The day began with the Legislative & Critical Issues Forum, featuring remarks from FSSA Secretary Debra Minott, who outlined the agency's strategic vision, which places emphasis on customer service for both consumer and provider stakeholders. Starting from the top down, the Secretary is dedicated to revitalizing the corporate culture of FSSA, including working with consumers and providers as partners and remaining open to ideas, innovation and the lessening of bureaucracy for bureaucracy's sake. Following the Governor's lead, Secretary Minott cited popular management book "From Good to Great" by Jim Collins, and challenged FSSA and its stakeholders to create a vibrant, productive, customer-centered culture.
Diane McComb, State Liaison for ANCOR, provided a thorough overview of federal issues impacting the provider community and persons with disabilities. She began her remarks by reviewing the current state of services for individuals with disabilities, noting that the present model of funding appears unsustainable. As support for this contention, Ms. McComb observed that continued economic growth at 8.3% will not restore losses from the recession until Fiscal Year 2019, and states are unable to make up the difference in funding. Additionally, she noted that the demand for services continues to grow, as the workforce decreases. Finally, she highlighted that publicly funded supports reach just over 25% of persons developmental disabilities, leaving the vast majority relying on family caregivers and other non-paid supports.
Within the context of this environment, Ms. McComb discussed four major systems shifts that will only add to the challenges. First, she discussed the Affordable Care Act (ACA), noting that ACA expanded Medicaid eligibility does not present business expansion opportunities for I/DD providers as it does for other Medicaid providers. However, expansion could help I/DD providers avoid increased costs related to the employer mandate, as many Direct Support Professionals would likely qualify under the expanded eligibility criteria. It is important to note this is only true in states which expand coverage, and at this time, Indiana is not one of those states.
Second, Ms. McComb addressed changes in the Fair Labor Standards Act companionship exemption. This change which makes most companionship workers eligible for overtime pay will impact relatively few INARF members. However, it is could have implications for those who provide Structured Family Caregiving, as the FLSA definition of employee may include those who are considered Independent Contractors by the IRS.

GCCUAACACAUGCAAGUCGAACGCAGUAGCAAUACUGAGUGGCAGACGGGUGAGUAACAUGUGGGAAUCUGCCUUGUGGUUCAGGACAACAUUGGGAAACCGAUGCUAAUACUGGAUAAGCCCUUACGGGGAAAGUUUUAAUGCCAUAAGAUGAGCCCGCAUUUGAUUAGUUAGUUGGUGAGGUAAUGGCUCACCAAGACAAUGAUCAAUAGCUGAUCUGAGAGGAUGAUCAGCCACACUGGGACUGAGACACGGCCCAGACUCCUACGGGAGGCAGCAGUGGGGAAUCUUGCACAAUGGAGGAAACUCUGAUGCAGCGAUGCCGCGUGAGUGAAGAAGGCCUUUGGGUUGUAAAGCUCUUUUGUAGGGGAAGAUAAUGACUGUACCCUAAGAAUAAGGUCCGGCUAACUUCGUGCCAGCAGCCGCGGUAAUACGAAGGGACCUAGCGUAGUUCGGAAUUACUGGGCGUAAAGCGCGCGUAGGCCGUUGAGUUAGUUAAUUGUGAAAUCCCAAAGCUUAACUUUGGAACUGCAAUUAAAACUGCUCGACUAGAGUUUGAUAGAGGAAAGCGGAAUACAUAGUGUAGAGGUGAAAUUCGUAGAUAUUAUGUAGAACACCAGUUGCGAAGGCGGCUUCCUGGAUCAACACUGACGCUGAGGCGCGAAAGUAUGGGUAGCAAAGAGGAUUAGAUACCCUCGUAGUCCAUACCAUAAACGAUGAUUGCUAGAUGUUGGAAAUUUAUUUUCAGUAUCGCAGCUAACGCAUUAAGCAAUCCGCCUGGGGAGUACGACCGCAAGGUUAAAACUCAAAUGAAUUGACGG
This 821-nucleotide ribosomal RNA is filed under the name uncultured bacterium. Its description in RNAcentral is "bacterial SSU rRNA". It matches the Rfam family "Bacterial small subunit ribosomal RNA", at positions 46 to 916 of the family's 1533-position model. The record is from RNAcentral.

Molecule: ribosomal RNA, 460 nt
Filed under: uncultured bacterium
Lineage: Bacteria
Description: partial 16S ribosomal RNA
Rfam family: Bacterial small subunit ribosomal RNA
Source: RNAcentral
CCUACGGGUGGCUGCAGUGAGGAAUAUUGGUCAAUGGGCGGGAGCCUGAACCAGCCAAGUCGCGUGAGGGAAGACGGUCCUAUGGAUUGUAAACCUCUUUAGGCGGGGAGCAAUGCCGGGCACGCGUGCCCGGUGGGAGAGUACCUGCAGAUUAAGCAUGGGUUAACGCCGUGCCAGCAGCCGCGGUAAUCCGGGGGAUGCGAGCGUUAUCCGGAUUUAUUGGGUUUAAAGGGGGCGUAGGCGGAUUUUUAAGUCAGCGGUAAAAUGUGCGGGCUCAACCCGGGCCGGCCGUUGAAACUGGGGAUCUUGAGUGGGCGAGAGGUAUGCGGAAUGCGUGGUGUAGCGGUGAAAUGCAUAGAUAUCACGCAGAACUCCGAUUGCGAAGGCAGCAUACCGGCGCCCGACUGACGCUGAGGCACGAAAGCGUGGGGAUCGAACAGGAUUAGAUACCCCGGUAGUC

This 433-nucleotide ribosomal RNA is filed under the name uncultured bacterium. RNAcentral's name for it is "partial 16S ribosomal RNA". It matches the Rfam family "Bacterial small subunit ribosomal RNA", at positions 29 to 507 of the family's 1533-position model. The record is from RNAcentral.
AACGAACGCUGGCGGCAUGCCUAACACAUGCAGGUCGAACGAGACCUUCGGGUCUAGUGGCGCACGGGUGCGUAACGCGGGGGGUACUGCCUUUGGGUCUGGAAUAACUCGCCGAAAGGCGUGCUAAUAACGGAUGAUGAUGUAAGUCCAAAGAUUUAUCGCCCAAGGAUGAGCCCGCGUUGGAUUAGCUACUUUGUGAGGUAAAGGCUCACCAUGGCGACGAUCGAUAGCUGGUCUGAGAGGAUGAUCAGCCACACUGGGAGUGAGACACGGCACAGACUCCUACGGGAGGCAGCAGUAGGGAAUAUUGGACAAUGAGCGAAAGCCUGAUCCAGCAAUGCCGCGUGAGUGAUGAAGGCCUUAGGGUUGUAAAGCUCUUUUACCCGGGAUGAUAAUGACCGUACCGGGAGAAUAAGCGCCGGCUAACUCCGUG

Third, Ms. McComb detailed the Centers for Medicare and Medicaid Services' efforts to publish rules defining home and community-based services. The draft rule defines the characteristics of home and community based. Depending on a state and/or regional CMS authorities interpretation, the rule could significantly impact both day and residential services.
Lastly, Ms. McComb closed with a discussion of the re-authorization of the Workforce Investment Act (WIA). Recently passed by the Senate HELP Committee, the re-authorization would focus efforts on transition related services as a means to encourage community based employment options. These efforts targeted at students and youth with disabilities under age 24 promote the use of pre-employment transition services through Vocational Rehabilitation; restrict access to work in facility-based employment settings unless certain criteria are met; develop appropriate coordination with local workforce development boards; and to utilize special minimum wage provisions only when all Section 14(c) requirements are met and career counseling and Vocational Rehabilitation services have been pursued.
The program then shifted to the 7th Annual INARF Legislative Awards Luncheon, where INARF PAC Board Chair Patrick Cockrum recognized PAC contributors and welcomed special guests Secretary of State Connie Lawson and Representative Ed Clere (R-New Albany).
Secretary Lawson, a previous winner of both INARF's Legislator of the Year Award and the INARF Career Achievement Award, recognized INARF's work to advance services and supports for persons with disabilities. Secretary Lawson thanked INARF for its partnership throughout her years as a legislator, Developmental Disability Commission member, and, now, as a member of the executive branch.
Following Secretary Lawson's remarks, Representative Ed Clere (R-New Albany) was recognized with INARF's 2013 Legislator of the Year Award. Bettye Dunham of Rauch, Inc. presented the award, commenting on Rep. Clere's dedication and support for those we serve. In accepting the award, Rep. Clere shared his view on the 2013 legislative session, noting that foremost on the minds of policymakers was HJR-6, the so-called Marriage Amendment, which may impede the progress of other legislation. He encouraged INARF members to continue working proactively with House and Senate members to bring awareness to issues impacting providers and persons with disabilities.
The event concluded with a panel discussion featuring special guest Kim Dodson of The Arc of Indiana engaging in political discussion with Kelli Waggoner and Glenna Shelby, INARF's lobbying team.